Advanced Nigeria Education Solution | The Guardian Nigeria News


Providing a sound education to the young population is a vital way to ensure a better Nigeria and it is high time for the government and other stakeholders to revamp the education sector. The year 2020 has introduced a challenge for education in the form of COVID and nations are beginning to adapt to the blight. Now is the time, more than ever, to give the education sector the attention it needs to live up to today’s global world.

Institutions around the world are now under increasing pressure to equip students with a broader set of skills that go beyond even subject-specific knowledge. To reiterate, it is time for Nigeria to move with the rest of the world. This article discusses the major components that need to be worked on to create an effective education sector in Nigeria.

Funding is the common thread that propels the education sector to success. Countries around the world have made deliberate and intentional investment in the education sector a priority. Sweden, for example, spends 7.3% of its GDP on education. This funding goes to both public and private institutions.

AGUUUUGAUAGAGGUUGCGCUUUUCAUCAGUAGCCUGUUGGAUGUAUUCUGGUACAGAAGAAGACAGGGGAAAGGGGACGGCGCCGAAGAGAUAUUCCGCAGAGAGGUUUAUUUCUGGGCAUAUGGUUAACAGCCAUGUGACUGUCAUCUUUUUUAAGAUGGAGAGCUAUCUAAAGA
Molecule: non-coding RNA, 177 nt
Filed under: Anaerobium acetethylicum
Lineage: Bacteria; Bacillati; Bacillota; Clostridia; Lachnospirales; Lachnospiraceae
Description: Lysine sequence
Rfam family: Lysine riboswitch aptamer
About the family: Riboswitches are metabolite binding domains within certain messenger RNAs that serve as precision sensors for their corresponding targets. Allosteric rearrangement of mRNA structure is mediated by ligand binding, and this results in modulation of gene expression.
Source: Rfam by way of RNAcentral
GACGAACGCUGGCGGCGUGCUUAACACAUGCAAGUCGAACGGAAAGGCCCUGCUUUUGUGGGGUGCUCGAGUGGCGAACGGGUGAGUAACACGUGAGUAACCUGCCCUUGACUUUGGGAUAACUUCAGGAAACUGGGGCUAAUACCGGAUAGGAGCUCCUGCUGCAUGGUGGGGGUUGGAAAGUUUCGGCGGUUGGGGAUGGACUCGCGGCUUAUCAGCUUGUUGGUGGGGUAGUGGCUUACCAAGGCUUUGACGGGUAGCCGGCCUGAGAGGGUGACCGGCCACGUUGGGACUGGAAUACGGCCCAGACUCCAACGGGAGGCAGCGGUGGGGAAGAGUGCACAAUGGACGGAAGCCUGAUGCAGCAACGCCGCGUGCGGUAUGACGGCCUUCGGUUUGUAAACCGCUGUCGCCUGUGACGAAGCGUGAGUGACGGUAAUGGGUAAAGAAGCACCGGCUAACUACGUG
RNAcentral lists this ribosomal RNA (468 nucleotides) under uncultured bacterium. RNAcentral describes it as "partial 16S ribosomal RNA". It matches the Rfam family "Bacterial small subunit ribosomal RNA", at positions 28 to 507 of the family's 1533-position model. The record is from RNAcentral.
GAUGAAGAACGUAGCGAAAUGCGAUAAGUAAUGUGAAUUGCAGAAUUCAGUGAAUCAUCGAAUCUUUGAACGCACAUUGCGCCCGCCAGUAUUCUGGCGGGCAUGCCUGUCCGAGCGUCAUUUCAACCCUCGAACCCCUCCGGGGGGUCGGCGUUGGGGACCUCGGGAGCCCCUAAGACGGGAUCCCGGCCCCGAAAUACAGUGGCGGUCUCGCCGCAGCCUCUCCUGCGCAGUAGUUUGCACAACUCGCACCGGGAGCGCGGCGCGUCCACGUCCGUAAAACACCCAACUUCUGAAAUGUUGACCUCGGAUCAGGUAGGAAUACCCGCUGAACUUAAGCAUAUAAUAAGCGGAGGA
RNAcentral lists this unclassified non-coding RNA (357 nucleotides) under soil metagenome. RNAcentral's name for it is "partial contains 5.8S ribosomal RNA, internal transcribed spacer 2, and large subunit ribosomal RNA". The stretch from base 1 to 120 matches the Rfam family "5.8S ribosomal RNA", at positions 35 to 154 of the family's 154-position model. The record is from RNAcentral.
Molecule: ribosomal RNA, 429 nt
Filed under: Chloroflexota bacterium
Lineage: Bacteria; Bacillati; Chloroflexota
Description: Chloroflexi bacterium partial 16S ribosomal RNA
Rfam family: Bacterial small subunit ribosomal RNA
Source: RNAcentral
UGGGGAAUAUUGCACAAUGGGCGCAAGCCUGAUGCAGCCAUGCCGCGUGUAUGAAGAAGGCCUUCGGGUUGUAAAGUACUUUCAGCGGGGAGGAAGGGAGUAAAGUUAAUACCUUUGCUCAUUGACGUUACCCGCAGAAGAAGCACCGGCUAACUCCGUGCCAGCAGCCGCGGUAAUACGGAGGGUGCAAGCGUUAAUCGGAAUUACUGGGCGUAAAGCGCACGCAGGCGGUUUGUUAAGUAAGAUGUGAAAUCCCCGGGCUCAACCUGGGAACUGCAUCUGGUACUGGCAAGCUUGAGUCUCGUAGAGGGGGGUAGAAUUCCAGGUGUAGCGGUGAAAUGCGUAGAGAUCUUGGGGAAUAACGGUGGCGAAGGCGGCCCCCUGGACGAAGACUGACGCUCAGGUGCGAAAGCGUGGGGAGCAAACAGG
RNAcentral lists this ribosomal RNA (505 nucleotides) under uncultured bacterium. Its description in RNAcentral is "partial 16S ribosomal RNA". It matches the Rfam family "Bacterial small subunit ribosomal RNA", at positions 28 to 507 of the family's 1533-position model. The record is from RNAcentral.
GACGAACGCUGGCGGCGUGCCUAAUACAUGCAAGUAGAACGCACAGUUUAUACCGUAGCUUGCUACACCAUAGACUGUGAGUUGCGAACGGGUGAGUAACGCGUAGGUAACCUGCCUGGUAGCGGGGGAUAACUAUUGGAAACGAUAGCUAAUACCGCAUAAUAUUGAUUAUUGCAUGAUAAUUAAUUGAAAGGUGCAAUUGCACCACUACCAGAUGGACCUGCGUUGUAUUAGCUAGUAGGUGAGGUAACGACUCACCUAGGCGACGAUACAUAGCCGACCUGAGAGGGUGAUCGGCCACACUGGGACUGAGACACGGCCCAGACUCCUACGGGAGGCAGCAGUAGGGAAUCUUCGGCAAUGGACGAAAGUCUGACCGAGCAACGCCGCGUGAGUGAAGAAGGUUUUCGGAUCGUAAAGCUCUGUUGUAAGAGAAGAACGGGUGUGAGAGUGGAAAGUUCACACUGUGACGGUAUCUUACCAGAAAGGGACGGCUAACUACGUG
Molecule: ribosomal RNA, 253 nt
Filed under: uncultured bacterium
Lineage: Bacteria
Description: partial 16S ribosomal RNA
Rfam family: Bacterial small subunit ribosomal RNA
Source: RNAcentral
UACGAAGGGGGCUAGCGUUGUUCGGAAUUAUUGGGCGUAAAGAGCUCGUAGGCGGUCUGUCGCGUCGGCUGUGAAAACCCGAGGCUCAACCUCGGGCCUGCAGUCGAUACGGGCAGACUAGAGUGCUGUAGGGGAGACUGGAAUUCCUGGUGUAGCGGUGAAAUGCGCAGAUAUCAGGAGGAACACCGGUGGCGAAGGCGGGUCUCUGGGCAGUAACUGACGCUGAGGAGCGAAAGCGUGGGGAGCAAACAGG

South Africa spent 16.7% of total government resources on basic education in 2019. The country now spends more than 20% of its resources on education. This is in direct contrast to what is implied in Nigeria which has not increased budget allocation to education by more than 10% since 1991. We do not have enough resources allocated to our education sector and to make matters worse, the small allocation to the sector is not well managed. I will explain further; Look at our basic education. The Universal Basic Education (UBE) program was introduced in the early 1990s to provide access to quality basic education across Nigeria. Now the federal government sets aside 2% of the treasury, which is then distributed to all 36 states, including the FCT, to support basic education. It gets more interesting.